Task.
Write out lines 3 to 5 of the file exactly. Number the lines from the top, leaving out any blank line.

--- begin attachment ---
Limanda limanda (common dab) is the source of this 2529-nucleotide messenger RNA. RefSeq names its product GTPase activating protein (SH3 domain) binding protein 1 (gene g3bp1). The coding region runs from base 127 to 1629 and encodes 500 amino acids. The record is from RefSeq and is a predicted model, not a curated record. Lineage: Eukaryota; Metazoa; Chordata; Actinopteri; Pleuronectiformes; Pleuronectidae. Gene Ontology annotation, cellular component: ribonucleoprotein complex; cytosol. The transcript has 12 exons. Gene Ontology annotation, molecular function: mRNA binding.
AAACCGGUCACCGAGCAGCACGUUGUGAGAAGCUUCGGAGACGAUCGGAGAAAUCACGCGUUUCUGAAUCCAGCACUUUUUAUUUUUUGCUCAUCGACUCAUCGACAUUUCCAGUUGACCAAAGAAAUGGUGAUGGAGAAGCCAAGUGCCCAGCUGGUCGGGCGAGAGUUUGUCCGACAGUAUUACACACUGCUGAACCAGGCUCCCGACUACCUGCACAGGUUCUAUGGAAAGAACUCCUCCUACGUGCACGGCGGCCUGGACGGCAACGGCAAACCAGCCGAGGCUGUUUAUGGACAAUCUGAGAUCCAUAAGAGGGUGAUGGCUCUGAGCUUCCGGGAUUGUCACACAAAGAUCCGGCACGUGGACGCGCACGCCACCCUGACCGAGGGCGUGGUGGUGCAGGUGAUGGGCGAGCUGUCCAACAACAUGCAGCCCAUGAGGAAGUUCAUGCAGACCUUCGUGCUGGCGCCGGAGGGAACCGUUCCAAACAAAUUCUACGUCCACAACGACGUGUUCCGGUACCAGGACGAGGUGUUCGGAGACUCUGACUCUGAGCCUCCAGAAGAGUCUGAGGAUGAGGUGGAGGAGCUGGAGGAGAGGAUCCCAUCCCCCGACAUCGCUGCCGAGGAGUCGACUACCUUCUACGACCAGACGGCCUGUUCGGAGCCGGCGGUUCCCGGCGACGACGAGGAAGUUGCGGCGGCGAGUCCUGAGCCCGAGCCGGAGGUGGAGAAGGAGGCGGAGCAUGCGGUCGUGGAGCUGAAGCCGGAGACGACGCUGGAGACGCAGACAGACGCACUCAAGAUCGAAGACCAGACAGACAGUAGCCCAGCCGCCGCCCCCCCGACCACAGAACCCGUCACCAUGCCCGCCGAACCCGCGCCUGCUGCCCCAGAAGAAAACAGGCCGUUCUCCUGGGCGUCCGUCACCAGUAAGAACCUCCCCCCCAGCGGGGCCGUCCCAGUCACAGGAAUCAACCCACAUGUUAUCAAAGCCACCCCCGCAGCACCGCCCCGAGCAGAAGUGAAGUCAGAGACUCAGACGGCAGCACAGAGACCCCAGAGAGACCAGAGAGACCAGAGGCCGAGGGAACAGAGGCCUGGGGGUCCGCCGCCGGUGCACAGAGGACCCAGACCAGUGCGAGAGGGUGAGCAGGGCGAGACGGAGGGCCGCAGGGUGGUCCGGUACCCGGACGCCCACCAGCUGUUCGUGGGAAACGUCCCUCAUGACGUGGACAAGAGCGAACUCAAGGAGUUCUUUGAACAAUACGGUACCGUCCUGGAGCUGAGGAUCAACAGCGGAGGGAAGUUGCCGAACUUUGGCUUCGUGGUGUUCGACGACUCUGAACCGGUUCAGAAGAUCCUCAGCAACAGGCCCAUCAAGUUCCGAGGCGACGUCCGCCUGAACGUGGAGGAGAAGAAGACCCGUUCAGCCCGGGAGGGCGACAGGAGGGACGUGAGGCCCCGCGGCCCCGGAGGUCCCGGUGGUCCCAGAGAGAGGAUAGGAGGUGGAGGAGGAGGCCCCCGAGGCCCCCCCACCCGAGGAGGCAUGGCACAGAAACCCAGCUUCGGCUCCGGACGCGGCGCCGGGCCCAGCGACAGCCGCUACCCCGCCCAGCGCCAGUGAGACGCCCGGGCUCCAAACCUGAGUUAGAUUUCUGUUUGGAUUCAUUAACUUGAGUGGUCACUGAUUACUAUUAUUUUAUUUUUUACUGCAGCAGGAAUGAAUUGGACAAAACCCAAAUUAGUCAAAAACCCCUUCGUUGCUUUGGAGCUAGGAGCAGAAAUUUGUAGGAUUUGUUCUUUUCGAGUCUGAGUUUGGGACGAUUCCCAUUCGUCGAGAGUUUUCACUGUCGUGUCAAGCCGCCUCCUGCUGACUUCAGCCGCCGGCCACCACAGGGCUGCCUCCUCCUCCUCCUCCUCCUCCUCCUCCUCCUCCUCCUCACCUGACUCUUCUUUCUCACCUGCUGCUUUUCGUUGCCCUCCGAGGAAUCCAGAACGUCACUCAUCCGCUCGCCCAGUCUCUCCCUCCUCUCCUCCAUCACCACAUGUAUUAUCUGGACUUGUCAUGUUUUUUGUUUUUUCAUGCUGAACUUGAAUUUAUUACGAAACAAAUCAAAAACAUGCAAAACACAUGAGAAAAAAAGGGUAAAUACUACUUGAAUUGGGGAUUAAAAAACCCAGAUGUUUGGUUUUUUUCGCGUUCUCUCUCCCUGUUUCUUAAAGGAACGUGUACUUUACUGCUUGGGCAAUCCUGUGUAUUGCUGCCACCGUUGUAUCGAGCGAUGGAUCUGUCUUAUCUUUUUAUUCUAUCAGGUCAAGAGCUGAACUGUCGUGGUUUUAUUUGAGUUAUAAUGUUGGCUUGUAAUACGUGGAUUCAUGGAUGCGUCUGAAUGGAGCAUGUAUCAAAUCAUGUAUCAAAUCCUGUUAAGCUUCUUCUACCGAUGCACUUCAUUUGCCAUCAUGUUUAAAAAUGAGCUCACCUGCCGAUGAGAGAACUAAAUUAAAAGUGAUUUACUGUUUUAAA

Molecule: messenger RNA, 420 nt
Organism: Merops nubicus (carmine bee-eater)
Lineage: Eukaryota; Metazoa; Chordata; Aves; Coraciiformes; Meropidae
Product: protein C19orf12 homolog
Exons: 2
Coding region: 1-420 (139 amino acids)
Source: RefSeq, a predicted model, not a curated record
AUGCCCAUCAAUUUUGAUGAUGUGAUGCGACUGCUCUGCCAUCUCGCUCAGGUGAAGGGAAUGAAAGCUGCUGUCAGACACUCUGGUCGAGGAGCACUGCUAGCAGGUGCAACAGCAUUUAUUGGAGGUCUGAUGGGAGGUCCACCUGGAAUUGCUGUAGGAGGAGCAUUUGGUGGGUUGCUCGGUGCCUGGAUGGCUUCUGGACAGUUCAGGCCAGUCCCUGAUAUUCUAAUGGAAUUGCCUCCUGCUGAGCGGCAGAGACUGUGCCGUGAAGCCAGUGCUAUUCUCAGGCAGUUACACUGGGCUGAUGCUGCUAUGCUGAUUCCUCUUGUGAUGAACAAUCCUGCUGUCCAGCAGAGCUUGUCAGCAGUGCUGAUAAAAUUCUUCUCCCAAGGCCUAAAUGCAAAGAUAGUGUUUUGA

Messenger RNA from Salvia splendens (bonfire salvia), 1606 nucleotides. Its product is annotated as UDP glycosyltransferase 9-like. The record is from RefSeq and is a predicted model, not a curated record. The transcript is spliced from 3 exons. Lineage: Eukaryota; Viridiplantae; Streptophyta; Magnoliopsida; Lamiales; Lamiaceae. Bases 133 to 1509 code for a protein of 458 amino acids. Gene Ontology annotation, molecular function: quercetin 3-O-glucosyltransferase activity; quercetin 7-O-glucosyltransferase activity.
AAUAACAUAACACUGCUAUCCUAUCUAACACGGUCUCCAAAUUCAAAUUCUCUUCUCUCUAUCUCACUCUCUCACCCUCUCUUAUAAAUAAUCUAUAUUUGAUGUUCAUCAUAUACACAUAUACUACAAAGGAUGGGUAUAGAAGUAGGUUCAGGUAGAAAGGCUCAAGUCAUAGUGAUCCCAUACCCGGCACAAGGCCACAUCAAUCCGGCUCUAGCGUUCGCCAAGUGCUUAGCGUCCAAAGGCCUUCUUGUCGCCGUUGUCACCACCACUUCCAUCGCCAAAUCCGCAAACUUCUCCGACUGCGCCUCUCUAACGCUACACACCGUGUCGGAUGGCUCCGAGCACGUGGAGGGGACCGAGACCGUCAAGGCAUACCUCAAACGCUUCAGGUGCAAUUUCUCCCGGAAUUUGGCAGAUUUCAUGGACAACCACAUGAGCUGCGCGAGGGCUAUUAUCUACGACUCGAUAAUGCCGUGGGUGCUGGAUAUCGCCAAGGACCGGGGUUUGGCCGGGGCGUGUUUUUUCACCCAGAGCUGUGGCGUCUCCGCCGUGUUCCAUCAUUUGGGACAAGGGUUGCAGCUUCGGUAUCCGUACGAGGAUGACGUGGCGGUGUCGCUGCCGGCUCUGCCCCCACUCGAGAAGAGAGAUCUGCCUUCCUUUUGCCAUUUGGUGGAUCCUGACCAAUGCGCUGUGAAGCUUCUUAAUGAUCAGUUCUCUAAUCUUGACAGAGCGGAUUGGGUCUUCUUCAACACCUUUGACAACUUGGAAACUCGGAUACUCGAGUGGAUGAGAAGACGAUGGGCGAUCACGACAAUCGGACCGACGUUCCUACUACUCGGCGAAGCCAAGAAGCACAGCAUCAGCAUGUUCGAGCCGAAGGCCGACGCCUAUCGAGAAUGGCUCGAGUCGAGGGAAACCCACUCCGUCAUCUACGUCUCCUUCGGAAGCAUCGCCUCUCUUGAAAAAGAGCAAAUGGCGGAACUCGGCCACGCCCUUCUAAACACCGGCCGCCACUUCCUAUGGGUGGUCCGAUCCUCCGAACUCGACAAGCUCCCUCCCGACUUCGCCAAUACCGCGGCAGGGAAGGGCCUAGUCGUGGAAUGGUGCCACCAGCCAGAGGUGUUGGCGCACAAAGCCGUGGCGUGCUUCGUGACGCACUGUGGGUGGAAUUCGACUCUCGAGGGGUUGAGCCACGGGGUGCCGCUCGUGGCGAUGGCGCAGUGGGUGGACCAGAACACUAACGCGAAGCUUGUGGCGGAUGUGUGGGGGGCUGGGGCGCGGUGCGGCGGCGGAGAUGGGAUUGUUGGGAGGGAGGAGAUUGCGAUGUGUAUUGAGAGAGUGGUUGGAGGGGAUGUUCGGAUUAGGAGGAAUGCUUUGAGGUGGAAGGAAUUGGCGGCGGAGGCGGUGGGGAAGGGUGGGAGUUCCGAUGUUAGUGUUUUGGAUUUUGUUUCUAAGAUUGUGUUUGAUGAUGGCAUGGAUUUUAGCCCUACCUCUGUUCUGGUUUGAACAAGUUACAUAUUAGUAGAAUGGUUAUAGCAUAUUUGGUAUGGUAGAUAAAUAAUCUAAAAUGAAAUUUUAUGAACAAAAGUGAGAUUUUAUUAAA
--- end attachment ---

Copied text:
Molecule: messenger RNA, 420 nt
Organism: Merops nubicus (carmine bee-eater)
Lineage: Eukaryota; Metazoa; Chordata; Aves; Coraciiformes; Meropidae